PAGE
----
|ComputerBits July 1998||rev 04/2016|
Simple tricks to supercharge your Net searches ... by Sal Towse
Like a huge library with book stacks, card catalogs, and helpful reference librarians, the Internet has almost any information you might need.
Unfortunately, you, the user, can't just "thumb through" the Net or browse the Net's book stacks. Instead, you must know precisely what you want or follow a link from another page -- or track down a reference using a search engine.
Search engines, the Net's answer to card catalogs, aren't always straightforward and easy-to-use. They can be downright mystifying or, more likely, they can be under-utilized, their more powerful capabilities remaining untouched.
Does searching the Net seem to you about as easy as searching for the proverbial needle in a haystack? Make it easier to find your needle. Understand how search engines work. Learn the most-used commands and some simple tricks to supercharge your searches.
Search engines rely on specialized software called "robots" or "spiders" to crawl all over the Internet in search of Web pages. The title and text of those pages are downloaded, indexed, and stored in a database. Some search engines also index text found in
META tags, used by Web designers to specify search terms not found in the actual site text.
When searching its database for sites relevant to your query, most search engines give preference to Web sites that contain your keywords in the title, in the META tags, near the beginning of the site text, or close to each other. They also give preference to sites that contain multiple instances of your keywords.
Knowing this, be as specific as possible. Search for terms most likely to be near the beginning of the site text or mentioned repeatedly. A Web site devoted to tulip planting might not use the word "gardening," but would probably contain "tulip" and "plant" or "planting." So if you want information on planting tulips, don't use general terms like "gardening" or "flowers" or "bulbs" in your search. Pop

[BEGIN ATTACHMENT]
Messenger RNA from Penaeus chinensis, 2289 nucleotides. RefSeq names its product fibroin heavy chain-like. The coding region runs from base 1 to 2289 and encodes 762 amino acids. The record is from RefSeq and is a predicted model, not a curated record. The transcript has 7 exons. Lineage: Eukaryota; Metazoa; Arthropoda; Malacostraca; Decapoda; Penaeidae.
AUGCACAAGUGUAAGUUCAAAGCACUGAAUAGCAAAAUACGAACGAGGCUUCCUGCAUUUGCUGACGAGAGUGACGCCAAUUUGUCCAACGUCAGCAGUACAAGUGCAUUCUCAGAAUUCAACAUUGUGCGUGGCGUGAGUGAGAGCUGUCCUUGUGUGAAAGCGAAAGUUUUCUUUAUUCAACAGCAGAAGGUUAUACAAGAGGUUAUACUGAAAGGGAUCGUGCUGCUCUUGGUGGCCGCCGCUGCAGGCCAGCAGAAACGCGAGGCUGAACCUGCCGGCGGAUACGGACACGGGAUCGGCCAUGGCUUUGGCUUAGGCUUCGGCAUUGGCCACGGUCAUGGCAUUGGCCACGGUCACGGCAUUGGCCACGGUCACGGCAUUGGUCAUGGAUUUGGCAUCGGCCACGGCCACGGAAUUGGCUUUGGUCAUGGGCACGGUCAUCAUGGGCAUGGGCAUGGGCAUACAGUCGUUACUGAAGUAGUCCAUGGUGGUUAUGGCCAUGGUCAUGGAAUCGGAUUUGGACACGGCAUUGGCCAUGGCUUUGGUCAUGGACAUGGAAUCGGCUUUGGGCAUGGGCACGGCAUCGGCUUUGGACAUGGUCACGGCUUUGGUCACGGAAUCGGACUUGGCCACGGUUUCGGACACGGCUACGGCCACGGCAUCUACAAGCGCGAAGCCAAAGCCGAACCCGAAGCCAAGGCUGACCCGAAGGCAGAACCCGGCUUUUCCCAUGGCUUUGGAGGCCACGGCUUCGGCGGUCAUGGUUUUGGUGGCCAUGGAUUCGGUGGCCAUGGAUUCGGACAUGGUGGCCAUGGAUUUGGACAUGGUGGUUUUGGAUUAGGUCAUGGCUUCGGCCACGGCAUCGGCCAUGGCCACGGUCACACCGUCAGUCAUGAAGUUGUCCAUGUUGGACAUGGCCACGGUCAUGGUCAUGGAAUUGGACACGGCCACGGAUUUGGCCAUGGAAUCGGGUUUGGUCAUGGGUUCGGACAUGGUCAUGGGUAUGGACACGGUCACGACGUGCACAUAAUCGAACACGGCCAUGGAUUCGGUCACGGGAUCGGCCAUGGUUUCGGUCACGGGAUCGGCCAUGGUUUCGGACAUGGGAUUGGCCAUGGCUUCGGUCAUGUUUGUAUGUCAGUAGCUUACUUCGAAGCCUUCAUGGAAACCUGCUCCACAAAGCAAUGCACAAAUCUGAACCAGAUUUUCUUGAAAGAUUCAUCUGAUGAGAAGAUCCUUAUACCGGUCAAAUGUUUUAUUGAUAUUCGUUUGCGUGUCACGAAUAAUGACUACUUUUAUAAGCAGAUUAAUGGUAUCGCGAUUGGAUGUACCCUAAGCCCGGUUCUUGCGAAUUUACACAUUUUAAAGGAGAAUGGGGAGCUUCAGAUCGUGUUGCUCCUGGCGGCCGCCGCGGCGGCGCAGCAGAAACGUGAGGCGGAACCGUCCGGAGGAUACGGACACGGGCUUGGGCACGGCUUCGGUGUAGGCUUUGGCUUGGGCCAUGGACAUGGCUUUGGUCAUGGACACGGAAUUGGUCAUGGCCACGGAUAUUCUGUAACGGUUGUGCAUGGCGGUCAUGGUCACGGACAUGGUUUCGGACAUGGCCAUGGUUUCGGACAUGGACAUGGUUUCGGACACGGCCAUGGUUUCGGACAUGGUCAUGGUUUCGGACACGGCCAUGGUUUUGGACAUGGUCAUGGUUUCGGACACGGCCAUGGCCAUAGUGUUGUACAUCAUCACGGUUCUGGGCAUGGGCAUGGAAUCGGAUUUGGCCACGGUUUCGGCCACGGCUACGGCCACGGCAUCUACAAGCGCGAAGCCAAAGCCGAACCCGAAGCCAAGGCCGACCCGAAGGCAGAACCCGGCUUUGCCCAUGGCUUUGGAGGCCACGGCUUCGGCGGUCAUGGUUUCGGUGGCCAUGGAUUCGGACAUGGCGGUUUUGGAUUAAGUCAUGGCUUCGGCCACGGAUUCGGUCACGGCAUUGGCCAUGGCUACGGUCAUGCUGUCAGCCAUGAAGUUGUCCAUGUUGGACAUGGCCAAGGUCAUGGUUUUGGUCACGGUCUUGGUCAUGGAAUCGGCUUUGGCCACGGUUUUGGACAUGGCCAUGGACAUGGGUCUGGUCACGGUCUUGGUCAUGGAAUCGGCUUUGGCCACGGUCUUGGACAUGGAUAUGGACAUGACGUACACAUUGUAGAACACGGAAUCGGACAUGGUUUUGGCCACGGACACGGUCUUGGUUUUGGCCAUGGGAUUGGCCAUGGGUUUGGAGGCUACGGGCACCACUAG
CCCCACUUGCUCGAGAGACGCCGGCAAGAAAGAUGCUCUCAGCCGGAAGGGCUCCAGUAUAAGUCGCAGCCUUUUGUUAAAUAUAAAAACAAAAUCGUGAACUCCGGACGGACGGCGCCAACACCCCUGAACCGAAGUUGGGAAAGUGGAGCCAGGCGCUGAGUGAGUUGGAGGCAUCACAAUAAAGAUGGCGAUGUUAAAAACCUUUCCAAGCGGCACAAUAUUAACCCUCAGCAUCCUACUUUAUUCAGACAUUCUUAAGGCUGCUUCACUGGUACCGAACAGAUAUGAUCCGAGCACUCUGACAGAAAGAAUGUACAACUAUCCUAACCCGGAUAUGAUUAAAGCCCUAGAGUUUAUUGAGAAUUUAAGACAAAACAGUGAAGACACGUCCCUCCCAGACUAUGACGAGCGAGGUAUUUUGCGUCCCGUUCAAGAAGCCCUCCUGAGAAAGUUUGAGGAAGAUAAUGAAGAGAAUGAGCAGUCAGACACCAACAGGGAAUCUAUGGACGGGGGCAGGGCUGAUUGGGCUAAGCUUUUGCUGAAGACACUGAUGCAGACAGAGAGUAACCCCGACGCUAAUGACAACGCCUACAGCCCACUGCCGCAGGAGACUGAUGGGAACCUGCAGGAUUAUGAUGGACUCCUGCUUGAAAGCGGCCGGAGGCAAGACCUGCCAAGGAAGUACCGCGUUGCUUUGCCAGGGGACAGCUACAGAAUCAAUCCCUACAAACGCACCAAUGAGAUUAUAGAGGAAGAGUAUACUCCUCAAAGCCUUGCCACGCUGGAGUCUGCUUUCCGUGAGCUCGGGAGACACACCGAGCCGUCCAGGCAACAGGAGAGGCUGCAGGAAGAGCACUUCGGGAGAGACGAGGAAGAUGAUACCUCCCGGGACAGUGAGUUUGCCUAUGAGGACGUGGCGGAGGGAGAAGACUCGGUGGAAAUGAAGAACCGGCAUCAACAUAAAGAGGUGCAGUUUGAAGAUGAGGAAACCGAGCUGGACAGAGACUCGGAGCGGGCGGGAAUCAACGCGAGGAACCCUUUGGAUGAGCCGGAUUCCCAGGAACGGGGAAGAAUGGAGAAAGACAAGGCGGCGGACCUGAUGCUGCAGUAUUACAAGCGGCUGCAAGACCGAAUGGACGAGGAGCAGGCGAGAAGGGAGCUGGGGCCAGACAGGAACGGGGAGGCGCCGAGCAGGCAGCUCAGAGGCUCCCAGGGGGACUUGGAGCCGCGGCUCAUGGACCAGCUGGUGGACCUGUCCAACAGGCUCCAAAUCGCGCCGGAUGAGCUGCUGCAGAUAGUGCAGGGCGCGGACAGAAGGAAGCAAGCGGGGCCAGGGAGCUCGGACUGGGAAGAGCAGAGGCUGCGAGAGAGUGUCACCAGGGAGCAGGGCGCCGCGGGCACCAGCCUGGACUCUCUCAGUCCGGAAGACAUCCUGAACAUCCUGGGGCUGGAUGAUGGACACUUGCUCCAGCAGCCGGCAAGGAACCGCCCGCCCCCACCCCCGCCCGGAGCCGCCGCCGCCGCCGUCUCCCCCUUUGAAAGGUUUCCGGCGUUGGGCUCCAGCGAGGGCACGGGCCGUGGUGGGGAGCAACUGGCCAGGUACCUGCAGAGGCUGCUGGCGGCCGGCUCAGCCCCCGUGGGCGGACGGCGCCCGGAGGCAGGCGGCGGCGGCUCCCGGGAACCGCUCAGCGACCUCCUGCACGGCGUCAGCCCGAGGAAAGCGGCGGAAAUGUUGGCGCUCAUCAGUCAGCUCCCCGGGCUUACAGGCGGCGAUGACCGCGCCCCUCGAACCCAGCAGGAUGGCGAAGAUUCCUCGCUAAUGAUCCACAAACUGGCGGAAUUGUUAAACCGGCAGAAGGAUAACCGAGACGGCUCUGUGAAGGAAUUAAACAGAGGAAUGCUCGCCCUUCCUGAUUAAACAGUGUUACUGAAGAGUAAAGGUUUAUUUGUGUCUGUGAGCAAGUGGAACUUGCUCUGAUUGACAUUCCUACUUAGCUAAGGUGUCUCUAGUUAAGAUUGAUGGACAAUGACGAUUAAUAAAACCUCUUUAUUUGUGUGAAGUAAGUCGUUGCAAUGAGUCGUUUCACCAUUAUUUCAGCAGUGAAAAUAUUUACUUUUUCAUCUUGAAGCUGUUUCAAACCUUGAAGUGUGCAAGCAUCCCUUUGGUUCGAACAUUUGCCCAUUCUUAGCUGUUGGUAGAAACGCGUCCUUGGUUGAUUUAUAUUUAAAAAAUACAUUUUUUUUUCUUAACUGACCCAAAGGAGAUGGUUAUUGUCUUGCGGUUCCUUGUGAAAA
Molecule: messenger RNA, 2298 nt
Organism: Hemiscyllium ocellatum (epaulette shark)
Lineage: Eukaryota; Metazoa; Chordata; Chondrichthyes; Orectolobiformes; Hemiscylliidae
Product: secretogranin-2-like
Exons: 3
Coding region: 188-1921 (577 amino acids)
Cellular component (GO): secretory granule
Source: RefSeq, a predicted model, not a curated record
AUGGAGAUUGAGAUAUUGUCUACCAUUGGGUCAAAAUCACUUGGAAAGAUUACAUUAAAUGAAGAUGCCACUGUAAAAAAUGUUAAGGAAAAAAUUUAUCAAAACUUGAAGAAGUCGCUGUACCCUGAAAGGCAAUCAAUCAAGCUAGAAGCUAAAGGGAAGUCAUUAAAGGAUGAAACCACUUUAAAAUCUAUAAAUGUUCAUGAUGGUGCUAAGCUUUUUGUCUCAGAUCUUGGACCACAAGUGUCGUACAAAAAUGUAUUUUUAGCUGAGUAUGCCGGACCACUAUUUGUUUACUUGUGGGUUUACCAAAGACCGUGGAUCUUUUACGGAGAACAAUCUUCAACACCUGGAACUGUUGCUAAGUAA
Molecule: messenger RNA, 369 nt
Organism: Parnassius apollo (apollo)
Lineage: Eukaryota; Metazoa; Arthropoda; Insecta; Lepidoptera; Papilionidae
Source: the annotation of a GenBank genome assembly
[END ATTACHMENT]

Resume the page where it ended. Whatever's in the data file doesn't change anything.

planting tulips into Google and voila! (Google, like many search engines, ranks the sites it finds and lists first those it deems the most relevant to your search.)
Being specific will also limit the number of sites returned. Use the least common words most likely to be on the page or pages you want to find. Use unambiguous search terms to avoid wading through a slew of off-topic sites. A search for
socks may bring up sites for Socks the Cat, foot socks, and bar fights.
Most search engines search for all forms of a word if the word is submitted in lowercase.
ford will bring up Web sites devoted to Ford Broncos and river crossings as well as fan sites devoted to Harrison (or Henry!) Ford. Limit your results by using uppercase letters if you are, for example, searching for a personal name or need information on NeXT or Java. For some search engines, it may make a difference.
Learn to use wildcards, a feature available with most search engines. The most frequently used wildcard is the asterisk (*), which stands for "any set of numbers or letters." If you are interested in archaeology and want sites about archaeologists or archaeology or anything archaeological, search for
archaeolog* and hunt down all alternatives in one fell swoop.
Be careful using wildcards, though. Don't truncate too much.
arch* will bring up Web sites dedicated not only to archaeology but also to architects, the Golden Arches, Archibald MacLeish, and Roman aqueducts.
Most search engines allow phrase searching. Looking for information on ship models? Search for
"ship models" enclosed in quotation marks. Entering a search for
ship models will process each word as a search term and will return Web sites on ship models as well as sites about ships and sites featuring supermodels.
A friend complained that babe sites kept popping up whenever he searched for information about his model ship hobby. He solved his problem by enclosing his search terms in quotation marks. Use the same technique when your grade-schooler is looking for information on sperm whales!
Many, but not all, search engines let you refine your search using AND (&), OR ( | ), and NOT (!) qualifiers. Some search engines use the plus sign (+) for AND and the minus sign (-) for NOT. Check each search engine's help pages for specifics.
How can AND, OR, and NOT help you refine your search?
Use AND (&) when you want both terms to be on every Web site listed. For engines that use +, a + before a search term means the term must be on each site on the hit list. Proper use of AND can screen out irrelevant sites. If you want information on models of aircraft carriers, search for
model* AND "aircraft carrier*" or
+model* +"aircraft carrier*". Requiring both search terms decreases the likelihood of your results being cluttered with babe sites and sites dedicated to the USS Carl Vinson.
OR ( | ) requests sites containing either term. Use OR if either term might be used. Curious about the next millennium? Search for
millennium OR millenium and you'll locate millennium sites -- even those maintained by folks who can't spell.